Little by little the mob grew. The anti-IFP faction started putting out articles and signing joint statements, and Bitcoin ABC was suddenly the bad guy with Amaury cast as the devil himself.

I admit that at first I wasn’t sure what to think. Initially, I was excited because I thought it meant Bitcoin ABC would finally have the proper funding to pursue their roadmap. It also didn’t hurt that because of the way sha256 mining works, the IFP wouldn’t really cost BCH miners much to begin with since all the other sha256 miners would bear the vast majority of the 12.5% going to the developers.

But seeing how the community reacted concerned me. What if everyone dumped all their coins in protest? What good would the IFP be if the coins weren’t worth anything to begin with? Another way of putting it would be that I was afraid of what would happen to my money.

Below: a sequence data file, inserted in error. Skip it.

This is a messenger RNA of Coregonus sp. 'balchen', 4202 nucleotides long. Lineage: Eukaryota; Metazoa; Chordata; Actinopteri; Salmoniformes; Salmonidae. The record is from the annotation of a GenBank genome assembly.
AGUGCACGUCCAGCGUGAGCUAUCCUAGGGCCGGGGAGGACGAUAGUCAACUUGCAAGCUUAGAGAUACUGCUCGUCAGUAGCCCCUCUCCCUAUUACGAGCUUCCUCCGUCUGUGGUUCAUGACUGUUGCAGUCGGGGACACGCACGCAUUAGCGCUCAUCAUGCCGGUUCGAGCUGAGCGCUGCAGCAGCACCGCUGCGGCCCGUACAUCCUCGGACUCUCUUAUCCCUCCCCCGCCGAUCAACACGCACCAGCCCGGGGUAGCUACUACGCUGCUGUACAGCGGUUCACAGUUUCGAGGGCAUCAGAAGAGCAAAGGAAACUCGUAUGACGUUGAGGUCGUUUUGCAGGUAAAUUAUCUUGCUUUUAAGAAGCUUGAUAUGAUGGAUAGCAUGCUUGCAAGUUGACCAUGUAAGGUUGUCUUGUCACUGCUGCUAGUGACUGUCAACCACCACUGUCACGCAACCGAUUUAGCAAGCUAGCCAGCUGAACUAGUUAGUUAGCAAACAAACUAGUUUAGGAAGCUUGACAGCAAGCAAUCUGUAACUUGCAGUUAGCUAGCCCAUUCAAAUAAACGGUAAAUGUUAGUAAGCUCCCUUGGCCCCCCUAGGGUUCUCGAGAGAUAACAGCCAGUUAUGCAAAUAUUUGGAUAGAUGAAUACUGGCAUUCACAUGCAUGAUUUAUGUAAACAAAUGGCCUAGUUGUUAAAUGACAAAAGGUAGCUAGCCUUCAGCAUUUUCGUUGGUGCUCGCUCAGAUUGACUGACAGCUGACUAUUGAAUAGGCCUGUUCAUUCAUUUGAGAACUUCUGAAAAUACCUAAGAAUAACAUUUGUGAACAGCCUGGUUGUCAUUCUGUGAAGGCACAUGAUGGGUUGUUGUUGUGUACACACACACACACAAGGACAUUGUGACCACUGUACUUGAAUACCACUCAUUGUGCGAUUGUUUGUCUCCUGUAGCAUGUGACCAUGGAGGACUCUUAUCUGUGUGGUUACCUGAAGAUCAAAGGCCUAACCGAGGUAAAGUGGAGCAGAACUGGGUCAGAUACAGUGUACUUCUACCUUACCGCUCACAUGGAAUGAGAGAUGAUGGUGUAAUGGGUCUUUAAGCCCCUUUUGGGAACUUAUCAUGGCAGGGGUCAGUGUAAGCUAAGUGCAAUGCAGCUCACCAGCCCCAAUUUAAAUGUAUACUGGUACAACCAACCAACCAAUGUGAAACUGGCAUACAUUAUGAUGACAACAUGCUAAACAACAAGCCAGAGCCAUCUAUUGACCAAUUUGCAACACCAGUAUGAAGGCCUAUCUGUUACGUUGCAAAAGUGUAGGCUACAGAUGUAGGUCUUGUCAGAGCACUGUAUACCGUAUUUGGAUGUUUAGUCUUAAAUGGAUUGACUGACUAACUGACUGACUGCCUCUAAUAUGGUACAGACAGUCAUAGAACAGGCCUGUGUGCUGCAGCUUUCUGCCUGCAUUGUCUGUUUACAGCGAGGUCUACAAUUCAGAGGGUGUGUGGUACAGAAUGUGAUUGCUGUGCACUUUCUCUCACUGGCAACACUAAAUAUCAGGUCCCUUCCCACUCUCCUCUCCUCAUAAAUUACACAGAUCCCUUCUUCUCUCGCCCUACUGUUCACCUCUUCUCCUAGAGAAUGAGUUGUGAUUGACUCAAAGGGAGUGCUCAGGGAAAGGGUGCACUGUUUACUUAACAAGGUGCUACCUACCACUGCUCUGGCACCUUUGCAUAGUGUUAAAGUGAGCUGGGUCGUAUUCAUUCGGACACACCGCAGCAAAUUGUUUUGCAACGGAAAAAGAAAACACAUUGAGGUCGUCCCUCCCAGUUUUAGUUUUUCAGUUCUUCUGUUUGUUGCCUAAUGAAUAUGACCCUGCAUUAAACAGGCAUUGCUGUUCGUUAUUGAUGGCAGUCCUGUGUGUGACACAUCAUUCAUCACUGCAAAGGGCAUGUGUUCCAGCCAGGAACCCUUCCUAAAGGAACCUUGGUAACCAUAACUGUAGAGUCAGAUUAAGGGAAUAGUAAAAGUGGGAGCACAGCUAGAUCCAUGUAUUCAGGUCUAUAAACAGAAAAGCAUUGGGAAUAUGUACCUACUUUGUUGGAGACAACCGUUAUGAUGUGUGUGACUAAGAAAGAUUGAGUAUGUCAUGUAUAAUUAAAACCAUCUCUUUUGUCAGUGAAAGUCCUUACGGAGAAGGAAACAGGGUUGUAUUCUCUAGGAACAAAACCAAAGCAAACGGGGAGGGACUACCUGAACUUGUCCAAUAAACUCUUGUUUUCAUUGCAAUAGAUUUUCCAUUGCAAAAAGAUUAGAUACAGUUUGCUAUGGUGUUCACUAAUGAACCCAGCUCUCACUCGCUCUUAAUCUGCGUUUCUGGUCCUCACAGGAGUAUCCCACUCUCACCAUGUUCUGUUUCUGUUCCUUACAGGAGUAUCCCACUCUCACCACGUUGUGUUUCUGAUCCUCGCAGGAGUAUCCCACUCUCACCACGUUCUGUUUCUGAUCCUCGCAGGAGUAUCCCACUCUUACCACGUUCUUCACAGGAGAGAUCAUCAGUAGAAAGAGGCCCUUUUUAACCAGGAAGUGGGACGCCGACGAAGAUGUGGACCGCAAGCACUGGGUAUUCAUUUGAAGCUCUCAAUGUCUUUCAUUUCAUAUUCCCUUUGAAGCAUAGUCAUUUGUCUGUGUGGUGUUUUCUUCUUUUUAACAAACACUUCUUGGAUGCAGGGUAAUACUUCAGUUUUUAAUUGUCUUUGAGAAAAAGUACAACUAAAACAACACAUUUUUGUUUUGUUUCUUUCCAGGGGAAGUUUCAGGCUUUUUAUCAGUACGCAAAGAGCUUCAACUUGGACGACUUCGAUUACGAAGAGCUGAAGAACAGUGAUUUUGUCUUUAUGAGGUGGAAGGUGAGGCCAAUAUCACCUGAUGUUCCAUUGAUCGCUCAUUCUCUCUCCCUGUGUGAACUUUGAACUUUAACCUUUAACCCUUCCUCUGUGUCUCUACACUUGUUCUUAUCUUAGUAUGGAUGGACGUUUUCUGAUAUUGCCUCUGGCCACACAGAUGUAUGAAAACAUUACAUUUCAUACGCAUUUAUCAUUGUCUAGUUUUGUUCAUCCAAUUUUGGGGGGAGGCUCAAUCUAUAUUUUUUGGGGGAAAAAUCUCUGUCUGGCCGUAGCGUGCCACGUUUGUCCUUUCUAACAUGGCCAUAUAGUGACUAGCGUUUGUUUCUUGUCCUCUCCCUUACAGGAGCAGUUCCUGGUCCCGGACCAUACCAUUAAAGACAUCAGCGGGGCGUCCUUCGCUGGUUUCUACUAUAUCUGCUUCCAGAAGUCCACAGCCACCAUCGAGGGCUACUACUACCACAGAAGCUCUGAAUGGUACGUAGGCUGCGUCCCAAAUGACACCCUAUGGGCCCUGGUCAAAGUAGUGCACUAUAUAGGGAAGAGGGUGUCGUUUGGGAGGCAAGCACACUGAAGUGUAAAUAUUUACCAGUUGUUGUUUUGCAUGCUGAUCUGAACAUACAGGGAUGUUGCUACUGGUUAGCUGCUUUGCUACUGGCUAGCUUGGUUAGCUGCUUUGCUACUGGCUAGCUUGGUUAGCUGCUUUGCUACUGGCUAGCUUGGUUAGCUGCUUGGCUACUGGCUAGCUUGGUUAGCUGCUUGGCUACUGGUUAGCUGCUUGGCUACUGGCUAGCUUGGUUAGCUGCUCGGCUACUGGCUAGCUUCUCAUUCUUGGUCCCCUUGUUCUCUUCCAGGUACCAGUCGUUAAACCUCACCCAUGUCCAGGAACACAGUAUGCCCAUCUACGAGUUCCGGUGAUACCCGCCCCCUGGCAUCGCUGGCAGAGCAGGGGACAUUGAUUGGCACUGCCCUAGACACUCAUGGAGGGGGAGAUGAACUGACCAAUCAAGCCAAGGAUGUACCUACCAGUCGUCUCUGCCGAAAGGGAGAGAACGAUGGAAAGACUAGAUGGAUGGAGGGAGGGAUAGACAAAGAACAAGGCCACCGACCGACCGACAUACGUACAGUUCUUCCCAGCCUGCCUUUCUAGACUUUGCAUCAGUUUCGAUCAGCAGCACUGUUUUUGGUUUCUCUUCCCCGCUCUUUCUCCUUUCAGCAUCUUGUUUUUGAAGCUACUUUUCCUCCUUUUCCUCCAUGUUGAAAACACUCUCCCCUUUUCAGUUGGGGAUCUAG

The funniest thing about the whole episode was that the original article had this section in it:

Non-debate theory:Non-debate theory is my invention. Non-debate, is to gain time to work hard. When you debate, everything becomes more complicated and it wastes time. Nothing can be done. Don’t debate, and just try. Be brave and experiment.”

Unfortunately, for the next several months all we had were debates. And in the end, rather than being brave and being willing to try, those who originally proposed the IFP backed down and Bitcoin ABC was left high and dry.

Despite having created Bitcoin Cash and thanklessly maintaining and stewarding the project for years, Bitcoin ABC was essentially told to either work for donations or their services would no longer be needed.

To their credit, ABC did everything that was asked of them. They put together a business plan detailing all the work they wanted to accomplish. How much would be spent on what, how long each piece would take, and so on. But even after all that, while every other useless node team got funded, Bitcoin ABC got nothing.